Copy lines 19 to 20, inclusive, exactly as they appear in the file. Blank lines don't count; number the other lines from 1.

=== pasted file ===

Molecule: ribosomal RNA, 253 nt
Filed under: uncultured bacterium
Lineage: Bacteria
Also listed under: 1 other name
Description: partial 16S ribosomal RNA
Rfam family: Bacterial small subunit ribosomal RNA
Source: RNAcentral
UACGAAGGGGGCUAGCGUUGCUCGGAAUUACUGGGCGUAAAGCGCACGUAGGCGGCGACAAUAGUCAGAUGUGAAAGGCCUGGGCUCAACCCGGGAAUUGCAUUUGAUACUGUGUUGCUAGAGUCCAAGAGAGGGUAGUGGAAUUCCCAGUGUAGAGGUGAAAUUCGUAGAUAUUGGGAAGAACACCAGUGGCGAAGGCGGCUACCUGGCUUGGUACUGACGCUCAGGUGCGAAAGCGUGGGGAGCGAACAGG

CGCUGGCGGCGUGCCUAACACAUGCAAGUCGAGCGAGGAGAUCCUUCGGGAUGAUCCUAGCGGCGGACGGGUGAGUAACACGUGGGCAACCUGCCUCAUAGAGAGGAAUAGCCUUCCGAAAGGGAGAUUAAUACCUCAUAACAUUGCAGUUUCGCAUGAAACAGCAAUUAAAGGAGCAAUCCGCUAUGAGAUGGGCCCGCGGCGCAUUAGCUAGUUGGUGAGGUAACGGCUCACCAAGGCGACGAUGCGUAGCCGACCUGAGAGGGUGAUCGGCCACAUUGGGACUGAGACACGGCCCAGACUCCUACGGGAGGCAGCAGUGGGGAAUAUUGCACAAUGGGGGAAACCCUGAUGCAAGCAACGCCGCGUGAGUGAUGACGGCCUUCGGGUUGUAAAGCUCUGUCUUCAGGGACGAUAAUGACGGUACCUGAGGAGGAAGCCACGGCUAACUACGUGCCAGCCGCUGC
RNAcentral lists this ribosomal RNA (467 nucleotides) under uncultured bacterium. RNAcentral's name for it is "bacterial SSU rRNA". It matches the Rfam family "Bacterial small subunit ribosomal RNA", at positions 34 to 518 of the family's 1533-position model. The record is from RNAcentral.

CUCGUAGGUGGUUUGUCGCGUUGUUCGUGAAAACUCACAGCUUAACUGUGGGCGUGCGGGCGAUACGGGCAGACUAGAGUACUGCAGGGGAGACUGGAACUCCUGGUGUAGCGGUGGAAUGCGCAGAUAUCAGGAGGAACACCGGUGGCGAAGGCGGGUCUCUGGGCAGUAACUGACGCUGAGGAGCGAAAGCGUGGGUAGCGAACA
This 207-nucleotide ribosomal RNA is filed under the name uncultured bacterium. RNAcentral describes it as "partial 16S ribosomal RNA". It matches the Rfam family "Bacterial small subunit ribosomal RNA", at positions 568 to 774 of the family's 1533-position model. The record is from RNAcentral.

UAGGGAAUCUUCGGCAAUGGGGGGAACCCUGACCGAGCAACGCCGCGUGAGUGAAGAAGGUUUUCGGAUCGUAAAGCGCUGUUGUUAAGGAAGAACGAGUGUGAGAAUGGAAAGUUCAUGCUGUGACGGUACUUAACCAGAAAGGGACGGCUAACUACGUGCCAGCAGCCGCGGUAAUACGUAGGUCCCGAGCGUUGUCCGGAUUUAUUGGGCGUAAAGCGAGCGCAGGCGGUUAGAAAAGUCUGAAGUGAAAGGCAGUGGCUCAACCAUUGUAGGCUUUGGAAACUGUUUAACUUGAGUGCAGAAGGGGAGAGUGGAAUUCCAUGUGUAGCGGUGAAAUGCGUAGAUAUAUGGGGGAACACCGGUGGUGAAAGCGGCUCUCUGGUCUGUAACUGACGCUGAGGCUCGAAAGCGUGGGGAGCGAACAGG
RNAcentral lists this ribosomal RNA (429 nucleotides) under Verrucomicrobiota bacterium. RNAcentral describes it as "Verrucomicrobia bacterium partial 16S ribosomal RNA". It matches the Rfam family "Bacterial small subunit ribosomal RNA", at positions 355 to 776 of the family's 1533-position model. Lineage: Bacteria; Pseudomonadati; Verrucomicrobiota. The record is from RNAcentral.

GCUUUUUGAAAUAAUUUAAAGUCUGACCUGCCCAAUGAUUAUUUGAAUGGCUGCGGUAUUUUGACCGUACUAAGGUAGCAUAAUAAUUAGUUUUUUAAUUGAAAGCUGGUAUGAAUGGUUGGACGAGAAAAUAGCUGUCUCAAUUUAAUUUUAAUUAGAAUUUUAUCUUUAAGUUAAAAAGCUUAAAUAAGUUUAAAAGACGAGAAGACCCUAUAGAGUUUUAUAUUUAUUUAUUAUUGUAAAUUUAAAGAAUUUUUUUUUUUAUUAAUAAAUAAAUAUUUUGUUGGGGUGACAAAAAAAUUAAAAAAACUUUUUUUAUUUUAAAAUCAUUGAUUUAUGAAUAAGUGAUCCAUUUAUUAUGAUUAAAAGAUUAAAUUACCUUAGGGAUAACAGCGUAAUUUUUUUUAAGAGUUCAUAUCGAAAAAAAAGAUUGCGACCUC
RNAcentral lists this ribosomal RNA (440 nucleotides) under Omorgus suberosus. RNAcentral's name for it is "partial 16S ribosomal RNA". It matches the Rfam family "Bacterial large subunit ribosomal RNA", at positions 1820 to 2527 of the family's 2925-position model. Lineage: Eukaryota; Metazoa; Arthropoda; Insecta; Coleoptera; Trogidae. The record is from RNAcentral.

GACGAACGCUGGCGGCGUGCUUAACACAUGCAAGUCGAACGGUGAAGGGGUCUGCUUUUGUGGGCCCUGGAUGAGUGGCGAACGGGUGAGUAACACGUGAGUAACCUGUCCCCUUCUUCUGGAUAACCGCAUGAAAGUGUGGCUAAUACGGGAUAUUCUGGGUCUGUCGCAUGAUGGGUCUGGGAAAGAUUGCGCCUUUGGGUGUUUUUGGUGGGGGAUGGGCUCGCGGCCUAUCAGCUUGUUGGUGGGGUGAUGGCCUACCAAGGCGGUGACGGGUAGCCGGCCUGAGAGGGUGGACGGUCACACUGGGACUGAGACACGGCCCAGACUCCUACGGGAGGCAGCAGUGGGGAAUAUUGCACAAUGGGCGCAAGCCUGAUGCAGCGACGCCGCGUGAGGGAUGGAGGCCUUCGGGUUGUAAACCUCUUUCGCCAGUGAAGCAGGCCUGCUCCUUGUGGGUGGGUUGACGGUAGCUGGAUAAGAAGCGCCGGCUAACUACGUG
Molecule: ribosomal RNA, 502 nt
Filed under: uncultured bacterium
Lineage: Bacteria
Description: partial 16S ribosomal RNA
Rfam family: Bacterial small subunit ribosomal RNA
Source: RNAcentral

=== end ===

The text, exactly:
Filed under: uncultured bacterium
Lineage: Bacteria